The problem with housebuilding is land prices, which comes back to planning gain. Agricultural land might be worth £10k/ acre, while if it’s zoned for residential it’s worth a £1M or so. Social housing could be built much more cheaply if it could be built on agricultural value land.

  • Paul Barker 20th Oct '20 - 5:01pm

    As Liberals we should see New Building as the absolute last resort & we should be arguing for a complete end to demolition.
    New Building generates huge amounts of CO2, we should be pushing for Rehab & Extension wherever possible, particularly in the Suburbs. 90% of suburban Housing is low-rise, we should encouraging owners to add on extra storeys & retrofit insulation at the same time.
    Where old buildings really have to be taken down it should be careful & steady, with materials re-used
    In Town Centres lots of old Office & Retail space is going to become vacant in the next few Years, that can be converted to low-energy housing.

  • David Evans 20th Oct '20 - 5:42pm

    Sadly this article does not truly attempt to understand why hard working local Lib Dem councillors often oppose development plans in their local patch. The patch they often know much more about than anyone else.

    Instead it denigrates them with a quick “This is the unspoken reason many local parties oppose development in their area. They’ll couch it in terms of ‘inappropriate development’ or ‘lack of infrastructure’, but the truth is they don’t want to see development at all.” That is an easy meme put about by those who don’t want to engage with the difficult detail of planning, building houses, roads, pollution, drainage etc, and does not reflect well on the author.

    I will leave it to others to make the point for their community, but mention the esteemed Andy Bodders who has made excellent points in his Blog about why the proposed Castle View Terrace in Ludlow is quite simply crackers.

    I will simply refer to my patch, Kendal. In December 2015 Storm Desmond flooded over a thousand houses in two wards in Kendal – those of my wife Shirley and myself. One major reason was that a mini reservoir, built as part of a flood alleviation scheme about 20 years ago failed. Of course the officers of the Environment Agency argued that it didn’t fail – It didn’t overtop – When it was in danger of overtopping, an emergency sluice opened and dumped the excess water where it was designed to dump it – In the middle of the housing estate the scheme was supposed to protect.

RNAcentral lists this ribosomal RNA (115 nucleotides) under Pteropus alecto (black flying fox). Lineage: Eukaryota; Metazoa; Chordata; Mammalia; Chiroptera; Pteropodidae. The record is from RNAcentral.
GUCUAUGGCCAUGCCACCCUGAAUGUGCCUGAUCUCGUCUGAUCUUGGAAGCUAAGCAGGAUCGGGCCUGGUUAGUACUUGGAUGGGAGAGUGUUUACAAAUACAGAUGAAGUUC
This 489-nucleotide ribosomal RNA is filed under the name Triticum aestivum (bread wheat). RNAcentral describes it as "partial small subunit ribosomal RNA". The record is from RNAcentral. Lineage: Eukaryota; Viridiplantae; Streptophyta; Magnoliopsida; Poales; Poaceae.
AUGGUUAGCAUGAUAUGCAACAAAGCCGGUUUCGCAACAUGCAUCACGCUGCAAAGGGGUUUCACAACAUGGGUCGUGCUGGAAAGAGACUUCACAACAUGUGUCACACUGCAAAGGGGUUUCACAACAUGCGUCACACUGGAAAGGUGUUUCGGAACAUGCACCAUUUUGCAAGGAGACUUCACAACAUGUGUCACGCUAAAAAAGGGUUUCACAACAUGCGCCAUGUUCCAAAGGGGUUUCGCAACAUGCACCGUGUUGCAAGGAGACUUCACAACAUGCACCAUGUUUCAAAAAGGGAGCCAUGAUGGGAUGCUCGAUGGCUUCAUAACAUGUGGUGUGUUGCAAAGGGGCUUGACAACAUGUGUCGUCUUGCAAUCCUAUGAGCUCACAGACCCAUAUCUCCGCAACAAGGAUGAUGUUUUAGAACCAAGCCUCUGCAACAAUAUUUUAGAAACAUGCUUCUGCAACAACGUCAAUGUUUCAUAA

However, the reason the mini-reservoir nearly overtopped was because in the following 20 years lots of extra homes were built that put their excess rain water into it. The flood risk assessments from the flood authority were inadequate and didn’t consider this factor.

    So our council gave permission for houses (including affordable housing, but you have to be quite well off to afford Affordable Housing in our area) to be built which led to over 1000 houses flooding – older houses mainly, occupied by poorer people in the centre of our town.

    Perhaps you may think I am couching it ‘in terms of “inappropriate development” or “lack of infrastructure”, but the truth is we don’t want to see development at all’. In which case I might call you ill informed and populist (in this case).

    Being a Lib Dem is never easy or simple, and other people often know a lot of thing we don’t. But please don’t trash members of our party with overly simplistic mores.

  • Paul Holmes 20th Oct '20 - 7:00pm

    I’m afraid you entirely fail to make your case Ollie. A million more homes have been granted Planning permission than have been built and 90% of all applications are approved -so no evidence at all that the current planning system is at fault.

    As for my own area, we have lots of brownfield, former factory sites, that we would love for houses, industrial units etc to be built on but developers of course all too often prefer greenfields that are easier, cheaper and more profitable. Hundreds of houses on a former steelworks site in my Ward have planning permission but not a sign of activity so far. Across town, on the more affluent side, there is a large area of former textile and packaging mills dating back to mid Victorian times and earlier which had outline planning permission which lapsed due to lengthy inactivity. Our Cllrs in those two Wards would love to see the area regenerated.

  • Peter Davies 20th Oct '20 - 10:18pm

    Lack of planning permission is not currently a problem. If we got everything else right it might well be in some areas. Housing is a very local thing. Almost nothing that I say about what needs to happen in my area of London will be relevant to David Evans in Cumbria. Our policy at national level should be to devolve housing decisions to a level where people know the issues but if you want to get more houses built overall, you have to align the interests of the decision making body with the national interest, that means linking council funding to growth in the number of people decently housed in their area.